A Massachusetts Drill Press Operator Strangled after his Shirtsleeve was Caught and Tightened by Rotating Drill Bit

Massachusetts FACE 99MA033


On June 16, 1999, a 57-year-old male supervisor/drill press operator (victim) was fatally injured after his shirtsleeve was caught by the rotating drill bit of the drill press he was operating. The rotating bit tightened the shirt around his neck, strangling him. The victim, working alone, was clamping eight-inch by eight-inch by half-inch thick steel plates to the drill press table while the drill bit was rotating. A co-worker was passing by and noticed the victim caught in the running drill press. The co-worker shut off the drill press as another co-worker arrived to help. Both co-workers were trying to hold up the victim while a third co-worker went to call for emergency assistance. The victim was transported to a hospital in a neighboring state where he was pronounced dead. The MA FACE Program concluded that to prevent similar occurrences in the future, employers should:

  • Guard moving machine parts to prevent employee contact with them.
  • Instruct employees to have the drill spindle engaged only when ready to start drilling.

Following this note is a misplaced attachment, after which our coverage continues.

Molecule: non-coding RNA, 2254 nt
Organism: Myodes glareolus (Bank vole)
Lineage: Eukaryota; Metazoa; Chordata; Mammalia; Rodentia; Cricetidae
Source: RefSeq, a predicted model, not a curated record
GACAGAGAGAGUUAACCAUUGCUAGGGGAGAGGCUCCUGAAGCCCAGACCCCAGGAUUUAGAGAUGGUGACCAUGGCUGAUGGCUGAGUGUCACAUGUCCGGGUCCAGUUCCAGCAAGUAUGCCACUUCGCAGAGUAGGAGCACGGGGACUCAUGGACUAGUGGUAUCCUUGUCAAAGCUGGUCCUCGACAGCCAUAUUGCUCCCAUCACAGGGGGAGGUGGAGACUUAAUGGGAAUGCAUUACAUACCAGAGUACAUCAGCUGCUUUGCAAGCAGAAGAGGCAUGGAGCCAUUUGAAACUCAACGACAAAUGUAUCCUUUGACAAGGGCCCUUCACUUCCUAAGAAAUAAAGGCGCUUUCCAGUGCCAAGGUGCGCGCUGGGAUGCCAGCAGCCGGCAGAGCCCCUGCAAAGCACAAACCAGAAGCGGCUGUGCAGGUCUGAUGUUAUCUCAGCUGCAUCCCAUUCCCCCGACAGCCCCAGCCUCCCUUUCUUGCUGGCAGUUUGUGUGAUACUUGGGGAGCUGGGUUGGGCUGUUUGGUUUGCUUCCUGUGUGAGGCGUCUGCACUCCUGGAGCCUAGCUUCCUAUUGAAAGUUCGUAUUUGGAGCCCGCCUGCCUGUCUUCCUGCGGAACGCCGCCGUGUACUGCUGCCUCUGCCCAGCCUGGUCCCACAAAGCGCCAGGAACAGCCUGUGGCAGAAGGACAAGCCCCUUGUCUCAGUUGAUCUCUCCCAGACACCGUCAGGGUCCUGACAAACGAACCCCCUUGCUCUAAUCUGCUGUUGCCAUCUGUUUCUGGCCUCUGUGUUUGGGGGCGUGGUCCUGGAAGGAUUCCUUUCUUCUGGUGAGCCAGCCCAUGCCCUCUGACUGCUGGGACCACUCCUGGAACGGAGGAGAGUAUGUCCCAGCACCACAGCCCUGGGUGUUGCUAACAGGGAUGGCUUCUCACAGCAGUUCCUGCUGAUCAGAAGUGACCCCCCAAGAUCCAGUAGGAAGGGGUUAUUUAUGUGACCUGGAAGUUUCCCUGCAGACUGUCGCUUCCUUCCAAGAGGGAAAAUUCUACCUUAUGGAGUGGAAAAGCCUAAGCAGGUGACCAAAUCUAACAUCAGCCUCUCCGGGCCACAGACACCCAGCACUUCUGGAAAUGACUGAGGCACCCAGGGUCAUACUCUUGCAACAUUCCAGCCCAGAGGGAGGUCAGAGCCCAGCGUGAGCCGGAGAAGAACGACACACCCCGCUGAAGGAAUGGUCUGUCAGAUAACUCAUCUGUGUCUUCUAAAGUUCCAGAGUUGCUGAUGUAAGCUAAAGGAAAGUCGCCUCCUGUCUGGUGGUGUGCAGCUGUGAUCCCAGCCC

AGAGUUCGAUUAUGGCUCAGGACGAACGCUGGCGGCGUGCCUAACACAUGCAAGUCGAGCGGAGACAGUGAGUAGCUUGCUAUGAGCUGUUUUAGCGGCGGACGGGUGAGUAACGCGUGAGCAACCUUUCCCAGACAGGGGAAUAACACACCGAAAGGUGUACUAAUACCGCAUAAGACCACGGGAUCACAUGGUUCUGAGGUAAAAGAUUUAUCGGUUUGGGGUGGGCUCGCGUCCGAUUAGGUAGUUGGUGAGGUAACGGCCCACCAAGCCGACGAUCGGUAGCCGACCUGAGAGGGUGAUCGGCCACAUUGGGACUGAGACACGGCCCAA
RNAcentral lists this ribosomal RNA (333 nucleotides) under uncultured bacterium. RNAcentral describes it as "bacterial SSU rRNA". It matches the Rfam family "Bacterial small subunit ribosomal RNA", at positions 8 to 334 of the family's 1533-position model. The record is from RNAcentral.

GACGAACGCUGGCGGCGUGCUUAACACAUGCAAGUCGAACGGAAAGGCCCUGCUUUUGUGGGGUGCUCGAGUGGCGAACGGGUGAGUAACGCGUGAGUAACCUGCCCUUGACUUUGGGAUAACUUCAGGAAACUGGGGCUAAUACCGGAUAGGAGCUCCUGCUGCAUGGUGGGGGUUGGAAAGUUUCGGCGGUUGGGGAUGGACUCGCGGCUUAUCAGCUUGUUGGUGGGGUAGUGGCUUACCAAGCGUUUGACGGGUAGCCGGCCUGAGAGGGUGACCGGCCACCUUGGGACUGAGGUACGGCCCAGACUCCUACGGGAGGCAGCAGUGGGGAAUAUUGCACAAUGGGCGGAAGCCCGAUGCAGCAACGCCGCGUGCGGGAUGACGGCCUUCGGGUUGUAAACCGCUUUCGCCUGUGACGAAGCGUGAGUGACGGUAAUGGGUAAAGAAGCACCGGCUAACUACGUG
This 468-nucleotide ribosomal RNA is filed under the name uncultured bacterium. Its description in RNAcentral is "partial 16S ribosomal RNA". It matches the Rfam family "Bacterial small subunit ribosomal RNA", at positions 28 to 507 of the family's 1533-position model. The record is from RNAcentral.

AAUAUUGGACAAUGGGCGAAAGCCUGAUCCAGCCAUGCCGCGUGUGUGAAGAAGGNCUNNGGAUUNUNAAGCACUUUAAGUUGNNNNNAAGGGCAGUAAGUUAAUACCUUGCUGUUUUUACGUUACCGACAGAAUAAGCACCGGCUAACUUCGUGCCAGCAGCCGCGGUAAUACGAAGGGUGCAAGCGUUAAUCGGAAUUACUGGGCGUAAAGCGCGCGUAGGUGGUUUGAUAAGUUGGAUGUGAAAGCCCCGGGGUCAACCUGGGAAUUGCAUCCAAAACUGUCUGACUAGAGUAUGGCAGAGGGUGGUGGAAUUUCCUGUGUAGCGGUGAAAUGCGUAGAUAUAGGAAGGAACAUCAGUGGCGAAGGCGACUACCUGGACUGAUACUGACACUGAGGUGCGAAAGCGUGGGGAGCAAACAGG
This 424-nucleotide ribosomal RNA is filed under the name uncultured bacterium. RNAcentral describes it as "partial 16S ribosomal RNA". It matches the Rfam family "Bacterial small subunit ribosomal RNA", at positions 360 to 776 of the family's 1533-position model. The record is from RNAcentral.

• Ensure that drill presses and similar equipment have emergency stops and convenient and accessible switches.
  • Develop, implement, and enforce a comprehensive safety program that includes, but is not limited to, training on all equipment used to complete tasks.


On June 18, 1999, the MA FACE Program learned through a telephone call from OSHA, that on June 16, 1999, a 57-year-old male supervisor/drill press operator was fatally injured. The rotating drill bit of a drill press caught the sleeve of his shirt and tightened it around his neck strangling him. An investigation was immediately initiated. The MA FACE Program Director traveled to the incident site where the victim’s co-workers were interviewed on June 21, 1999. The police report, death certificate, corporate information, OSHA fatality/catastrophe report and witness interviews were obtained during the course of the investigation along with photographs of the incident site and drill press.

The company was a foundry, which manufactured ductile and gray iron castings. The company employed approximately 16 people, all of whom were working onsite at the time of the incident. The company had safety responsibilities assigned to an onsite employee, but there was no written company safety procedure in place for the specific task being performed by the victim.

The victim had been employed by the company for approximately 35 years at the time of his death. His training was primarily on the job training, which did not include training on the particular machine involved in the incident or the hazards associated with his death.